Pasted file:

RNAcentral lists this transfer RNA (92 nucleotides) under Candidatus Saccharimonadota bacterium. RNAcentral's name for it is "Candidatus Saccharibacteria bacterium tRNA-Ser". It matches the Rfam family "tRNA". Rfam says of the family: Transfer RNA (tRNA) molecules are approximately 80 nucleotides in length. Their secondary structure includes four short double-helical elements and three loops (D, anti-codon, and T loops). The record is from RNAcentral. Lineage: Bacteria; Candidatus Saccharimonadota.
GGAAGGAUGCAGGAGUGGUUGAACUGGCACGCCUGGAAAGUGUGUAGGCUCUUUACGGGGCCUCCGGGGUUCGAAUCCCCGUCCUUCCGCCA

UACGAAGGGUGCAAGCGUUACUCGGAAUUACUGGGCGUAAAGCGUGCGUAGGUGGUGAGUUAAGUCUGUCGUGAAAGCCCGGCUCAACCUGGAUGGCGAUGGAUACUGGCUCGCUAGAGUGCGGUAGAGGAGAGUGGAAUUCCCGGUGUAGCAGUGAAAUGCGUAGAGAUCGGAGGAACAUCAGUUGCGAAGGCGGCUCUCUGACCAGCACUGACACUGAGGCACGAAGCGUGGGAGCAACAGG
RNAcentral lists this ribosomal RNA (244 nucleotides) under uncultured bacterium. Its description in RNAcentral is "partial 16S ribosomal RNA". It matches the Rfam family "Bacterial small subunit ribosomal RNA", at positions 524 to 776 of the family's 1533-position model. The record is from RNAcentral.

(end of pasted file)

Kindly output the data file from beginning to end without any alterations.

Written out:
RNAcentral lists this transfer RNA (92 nucleotides) under Candidatus Saccharimonadota bacterium. RNAcentral's name for it is "Candidatus Saccharibacteria bacterium tRNA-Ser". It matches the Rfam family "tRNA". Rfam says of the family: Transfer RNA (tRNA) molecules are approximately 80 nucleotides in length. Their secondary structure includes four short double-helical elements and three loops (D, anti-codon, and T loops). The record is from RNAcentral. Lineage: Bacteria; Candidatus Saccharimonadota.
GGAAGGAUGCAGGAGUGGUUGAACUGGCACGCCUGGAAAGUGUGUAGGCUCUUUACGGGGCCUCCGGGGUUCGAAUCCCCGUCCUUCCGCCA

UACGAAGGGUGCAAGCGUUACUCGGAAUUACUGGGCGUAAAGCGUGCGUAGGUGGUGAGUUAAGUCUGUCGUGAAAGCCCGGCUCAACCUGGAUGGCGAUGGAUACUGGCUCGCUAGAGUGCGGUAGAGGAGAGUGGAAUUCCCGGUGUAGCAGUGAAAUGCGUAGAGAUCGGAGGAACAUCAGUUGCGAAGGCGGCUCUCUGACCAGCACUGACACUGAGGCACGAAGCGUGGGAGCAACAGG
RNAcentral lists this ribosomal RNA (244 nucleotides) under uncultured bacterium. Its description in RNAcentral is "partial 16S ribosomal RNA". It matches the Rfam family "Bacterial small subunit ribosomal RNA", at positions 524 to 776 of the family's 1533-position model. The record is from RNAcentral.